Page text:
In the face of a world food shortage, InGest thinks it has the solution.
By splicing together spider and dinosaur DNA they’ve created Spidersaurs, hulking creatures that can be farmed for their meat. It’s nourishing, too, with those who eat it finding themselves stronger and more capable than ever. There’s only one problem: the Spidersaurs have escaped their containment. Now it’s up to you to get things back under control.
Two interns have been approved for the task, and you can decide which one you take control of from mission to mission. Punk-rocker Victoria wields an axe, while officer-in-training Adrian makes use of a ball-firing gun. Their basic abilities are the same, but weapon power-ups benefit each character a little differently, making their gameplay somewhat unique.
Heading through Spidersaurs‘ story, playing alone or with a friend thanks to local co-op, you’ll find that there are six stages to tackle, each ending with an epic boss fight. And run ‘n’ gun fans will be in their element here, with enemies aplenty resulting in fast and frenetic action. Things start out pretty breezy, but the difficulty quickly ramps up even on the easiest of three difficulty settings. That said, Spidersaurs almost always feels fair, so even when you do run out of lives and have to retry, you won’t feel too aggrieved about it.
While your standard weapon gets the job done well enough, it’s the alternative fire types you pick up along the way that do real damage and spice up the gameplay. There’s spread shot, rapid fire, an electrifying bolt, and more, and you can have two equipped to your character at any one time. Die, however, and the one you’re currently using will be lost.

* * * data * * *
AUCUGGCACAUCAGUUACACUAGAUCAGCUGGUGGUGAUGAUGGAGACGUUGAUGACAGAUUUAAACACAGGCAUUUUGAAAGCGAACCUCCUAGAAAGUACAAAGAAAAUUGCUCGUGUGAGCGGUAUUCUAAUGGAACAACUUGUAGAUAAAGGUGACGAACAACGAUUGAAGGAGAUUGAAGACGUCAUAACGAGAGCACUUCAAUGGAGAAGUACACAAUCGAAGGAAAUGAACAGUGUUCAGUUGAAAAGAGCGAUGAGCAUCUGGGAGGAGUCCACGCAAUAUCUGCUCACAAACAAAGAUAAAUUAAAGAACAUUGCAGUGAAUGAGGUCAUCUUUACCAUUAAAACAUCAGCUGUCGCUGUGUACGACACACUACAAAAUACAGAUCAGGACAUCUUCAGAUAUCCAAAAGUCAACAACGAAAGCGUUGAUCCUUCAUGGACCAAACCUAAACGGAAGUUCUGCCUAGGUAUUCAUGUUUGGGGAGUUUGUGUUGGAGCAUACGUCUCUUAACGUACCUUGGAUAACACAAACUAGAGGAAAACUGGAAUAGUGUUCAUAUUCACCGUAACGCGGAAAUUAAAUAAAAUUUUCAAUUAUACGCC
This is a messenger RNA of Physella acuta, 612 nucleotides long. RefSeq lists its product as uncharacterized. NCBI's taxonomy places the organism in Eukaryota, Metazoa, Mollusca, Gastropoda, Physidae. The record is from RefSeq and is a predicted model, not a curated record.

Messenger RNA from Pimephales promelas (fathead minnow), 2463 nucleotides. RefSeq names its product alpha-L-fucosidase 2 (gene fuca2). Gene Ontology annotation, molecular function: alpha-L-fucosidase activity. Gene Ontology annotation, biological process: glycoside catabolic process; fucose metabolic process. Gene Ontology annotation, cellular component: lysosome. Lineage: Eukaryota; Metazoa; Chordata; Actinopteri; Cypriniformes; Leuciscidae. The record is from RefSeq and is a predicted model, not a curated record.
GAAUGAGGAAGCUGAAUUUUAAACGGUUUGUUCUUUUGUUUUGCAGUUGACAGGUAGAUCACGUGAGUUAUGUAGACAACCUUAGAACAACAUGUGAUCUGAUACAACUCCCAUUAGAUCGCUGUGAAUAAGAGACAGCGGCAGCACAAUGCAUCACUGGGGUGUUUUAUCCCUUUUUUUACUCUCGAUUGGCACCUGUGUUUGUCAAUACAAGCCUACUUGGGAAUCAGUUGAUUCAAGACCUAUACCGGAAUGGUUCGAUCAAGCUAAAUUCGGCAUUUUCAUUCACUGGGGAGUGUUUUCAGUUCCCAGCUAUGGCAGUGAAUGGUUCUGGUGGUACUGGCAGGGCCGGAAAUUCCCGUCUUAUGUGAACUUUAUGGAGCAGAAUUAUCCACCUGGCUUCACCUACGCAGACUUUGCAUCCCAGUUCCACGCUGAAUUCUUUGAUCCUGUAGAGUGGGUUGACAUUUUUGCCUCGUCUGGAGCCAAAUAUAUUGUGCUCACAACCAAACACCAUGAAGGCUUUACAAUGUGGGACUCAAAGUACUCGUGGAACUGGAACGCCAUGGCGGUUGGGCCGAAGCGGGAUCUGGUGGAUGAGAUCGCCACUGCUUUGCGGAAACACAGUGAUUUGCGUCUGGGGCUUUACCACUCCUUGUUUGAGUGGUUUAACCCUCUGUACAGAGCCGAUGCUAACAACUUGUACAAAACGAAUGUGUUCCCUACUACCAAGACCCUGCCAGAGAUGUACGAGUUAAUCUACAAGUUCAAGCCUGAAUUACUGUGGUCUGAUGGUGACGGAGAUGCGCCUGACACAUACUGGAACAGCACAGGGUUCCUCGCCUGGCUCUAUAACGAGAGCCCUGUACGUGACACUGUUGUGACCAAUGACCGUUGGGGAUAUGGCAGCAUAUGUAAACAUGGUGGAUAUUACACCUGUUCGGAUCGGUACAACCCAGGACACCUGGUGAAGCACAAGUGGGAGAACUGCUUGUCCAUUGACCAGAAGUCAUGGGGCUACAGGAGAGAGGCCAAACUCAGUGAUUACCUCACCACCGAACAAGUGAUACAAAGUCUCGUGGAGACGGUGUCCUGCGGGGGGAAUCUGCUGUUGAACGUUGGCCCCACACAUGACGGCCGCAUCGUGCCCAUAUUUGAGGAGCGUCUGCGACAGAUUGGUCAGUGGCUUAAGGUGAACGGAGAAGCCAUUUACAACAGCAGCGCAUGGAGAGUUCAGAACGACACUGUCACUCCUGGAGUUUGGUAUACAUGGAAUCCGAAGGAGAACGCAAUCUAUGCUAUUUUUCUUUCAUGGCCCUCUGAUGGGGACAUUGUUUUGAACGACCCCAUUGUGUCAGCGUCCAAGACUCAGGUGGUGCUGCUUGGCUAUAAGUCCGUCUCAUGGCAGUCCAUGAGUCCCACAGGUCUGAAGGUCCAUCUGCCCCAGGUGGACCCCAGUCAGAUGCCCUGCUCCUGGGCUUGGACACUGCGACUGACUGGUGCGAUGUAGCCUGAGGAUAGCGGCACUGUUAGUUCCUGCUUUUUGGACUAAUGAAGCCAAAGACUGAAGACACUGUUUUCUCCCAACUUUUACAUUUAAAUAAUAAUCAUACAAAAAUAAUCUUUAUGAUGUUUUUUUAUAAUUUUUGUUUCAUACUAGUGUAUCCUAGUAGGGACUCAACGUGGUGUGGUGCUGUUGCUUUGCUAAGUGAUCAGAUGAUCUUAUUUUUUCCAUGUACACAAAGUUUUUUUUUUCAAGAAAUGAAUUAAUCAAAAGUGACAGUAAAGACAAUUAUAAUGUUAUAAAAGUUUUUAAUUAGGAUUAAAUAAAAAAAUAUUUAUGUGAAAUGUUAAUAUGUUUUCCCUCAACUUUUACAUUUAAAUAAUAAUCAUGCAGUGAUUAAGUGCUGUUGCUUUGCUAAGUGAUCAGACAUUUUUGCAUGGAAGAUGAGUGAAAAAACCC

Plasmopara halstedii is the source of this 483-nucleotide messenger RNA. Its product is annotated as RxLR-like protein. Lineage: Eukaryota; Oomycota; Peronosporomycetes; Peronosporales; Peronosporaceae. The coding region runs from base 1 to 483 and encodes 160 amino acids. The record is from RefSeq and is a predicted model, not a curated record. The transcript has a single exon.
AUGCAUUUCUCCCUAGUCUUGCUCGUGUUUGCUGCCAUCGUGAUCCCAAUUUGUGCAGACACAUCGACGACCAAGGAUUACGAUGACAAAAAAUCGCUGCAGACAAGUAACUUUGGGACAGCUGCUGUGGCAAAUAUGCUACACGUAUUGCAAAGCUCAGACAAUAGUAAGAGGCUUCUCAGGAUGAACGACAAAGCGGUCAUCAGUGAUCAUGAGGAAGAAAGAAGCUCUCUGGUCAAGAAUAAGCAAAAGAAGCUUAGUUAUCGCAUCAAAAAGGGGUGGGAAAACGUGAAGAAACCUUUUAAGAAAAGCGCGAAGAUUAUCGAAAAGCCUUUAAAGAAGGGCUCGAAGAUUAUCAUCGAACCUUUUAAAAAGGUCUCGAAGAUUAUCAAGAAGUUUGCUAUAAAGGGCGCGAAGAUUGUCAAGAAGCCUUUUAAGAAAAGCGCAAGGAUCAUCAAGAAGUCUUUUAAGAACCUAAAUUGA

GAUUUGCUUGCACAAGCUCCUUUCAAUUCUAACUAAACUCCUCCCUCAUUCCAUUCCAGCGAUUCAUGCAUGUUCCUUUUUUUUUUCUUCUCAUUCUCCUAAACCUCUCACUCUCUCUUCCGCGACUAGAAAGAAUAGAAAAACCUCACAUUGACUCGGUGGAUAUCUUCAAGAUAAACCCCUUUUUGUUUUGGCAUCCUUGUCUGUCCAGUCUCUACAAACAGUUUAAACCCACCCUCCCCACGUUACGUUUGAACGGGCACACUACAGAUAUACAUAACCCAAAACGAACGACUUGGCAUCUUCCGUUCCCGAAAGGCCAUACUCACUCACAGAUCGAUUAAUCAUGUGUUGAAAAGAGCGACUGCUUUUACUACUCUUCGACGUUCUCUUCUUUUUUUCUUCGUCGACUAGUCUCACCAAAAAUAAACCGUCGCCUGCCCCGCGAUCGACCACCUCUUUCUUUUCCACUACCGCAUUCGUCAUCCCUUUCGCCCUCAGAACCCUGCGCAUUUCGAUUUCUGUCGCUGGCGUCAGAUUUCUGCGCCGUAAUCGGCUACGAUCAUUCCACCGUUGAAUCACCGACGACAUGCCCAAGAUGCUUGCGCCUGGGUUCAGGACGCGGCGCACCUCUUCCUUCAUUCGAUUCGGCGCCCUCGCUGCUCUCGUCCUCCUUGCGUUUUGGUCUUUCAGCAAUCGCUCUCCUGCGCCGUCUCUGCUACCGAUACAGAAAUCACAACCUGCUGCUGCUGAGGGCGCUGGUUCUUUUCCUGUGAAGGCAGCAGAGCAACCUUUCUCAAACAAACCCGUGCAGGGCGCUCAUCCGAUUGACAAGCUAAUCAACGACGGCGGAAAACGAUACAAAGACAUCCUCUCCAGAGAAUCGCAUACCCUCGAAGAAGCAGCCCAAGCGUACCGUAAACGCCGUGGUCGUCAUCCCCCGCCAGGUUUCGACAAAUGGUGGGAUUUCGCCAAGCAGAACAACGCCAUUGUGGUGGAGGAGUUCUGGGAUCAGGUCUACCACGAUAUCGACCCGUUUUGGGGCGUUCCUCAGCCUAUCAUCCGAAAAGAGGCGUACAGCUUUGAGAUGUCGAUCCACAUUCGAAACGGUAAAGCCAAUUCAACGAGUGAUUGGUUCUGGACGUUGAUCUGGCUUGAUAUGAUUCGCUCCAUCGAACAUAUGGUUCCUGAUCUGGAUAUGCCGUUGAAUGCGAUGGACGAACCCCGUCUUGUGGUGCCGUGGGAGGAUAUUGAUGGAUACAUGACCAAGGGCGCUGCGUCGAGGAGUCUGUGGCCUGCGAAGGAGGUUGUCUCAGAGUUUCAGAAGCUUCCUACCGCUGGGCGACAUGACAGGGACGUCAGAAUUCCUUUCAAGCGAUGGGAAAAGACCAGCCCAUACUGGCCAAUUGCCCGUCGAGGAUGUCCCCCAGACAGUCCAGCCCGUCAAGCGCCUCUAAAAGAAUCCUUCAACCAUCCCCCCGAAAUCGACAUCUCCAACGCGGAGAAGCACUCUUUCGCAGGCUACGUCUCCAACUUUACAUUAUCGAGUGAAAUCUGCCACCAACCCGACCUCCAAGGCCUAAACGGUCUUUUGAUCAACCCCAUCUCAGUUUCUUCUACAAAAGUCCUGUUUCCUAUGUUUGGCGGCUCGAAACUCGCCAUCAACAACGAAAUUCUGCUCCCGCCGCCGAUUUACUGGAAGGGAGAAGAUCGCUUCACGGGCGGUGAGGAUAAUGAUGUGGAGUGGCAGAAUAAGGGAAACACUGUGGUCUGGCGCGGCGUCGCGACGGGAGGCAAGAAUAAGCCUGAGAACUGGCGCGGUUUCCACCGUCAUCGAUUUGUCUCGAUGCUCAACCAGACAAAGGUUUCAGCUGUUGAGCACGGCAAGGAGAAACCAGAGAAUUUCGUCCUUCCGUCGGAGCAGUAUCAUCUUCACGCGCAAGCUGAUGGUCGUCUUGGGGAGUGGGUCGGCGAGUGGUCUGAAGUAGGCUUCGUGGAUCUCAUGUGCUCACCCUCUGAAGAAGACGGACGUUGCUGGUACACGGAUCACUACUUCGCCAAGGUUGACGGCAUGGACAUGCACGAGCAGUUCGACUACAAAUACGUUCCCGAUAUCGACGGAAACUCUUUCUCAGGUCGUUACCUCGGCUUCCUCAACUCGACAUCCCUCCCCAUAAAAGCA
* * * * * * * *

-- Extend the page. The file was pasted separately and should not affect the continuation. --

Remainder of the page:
In any case, guns will only get you so far; making use of the abilities you gain while playing Spidersaurs is also vital to your success. After each boss you’ll be able to tuck into a nice piece of Spidersaur meat and gain a new trick. First is the ability to cling to walls and the ceiling, for example, then you gain the ability to double jump. Needless to say, over time you become much more capable of using the environment to your advantage – it’s just a shame that you don’t get much chance to use some abilities unless you go back to replay levels. At least in story mode, anyhow.
If you’re the type of player that calls their time with a game done once they’ve reached the credits, Spidersaurs may only offer an hour or two of fun. It does have much more to offer for those who want it though, thanks the previously mentioned difficulties, as well as unlockable Arcade and Speed Run modes. Both trim the fat, with Speed Run mode even giving you access to all abilities from the outset. Chances are players will want to return to play Spidersaurs, too, thanks to its beautiful Saturday morning cartoon-style visuals and fun soundtrack.
For run ‘n’ gun fans, there’s a hell of a lot to like about Spidersaurs. Its enemies are varied and fun, its boss fights are challenging, and it’s excellently presented throughout. Only the odd difficulty spike that feels a little unfair and the stickiness of your character are likely to frustrate a tad. And so for its very reasonable asking price, it’s easy to recommend to those who want some attractive bouts of exhilarating action.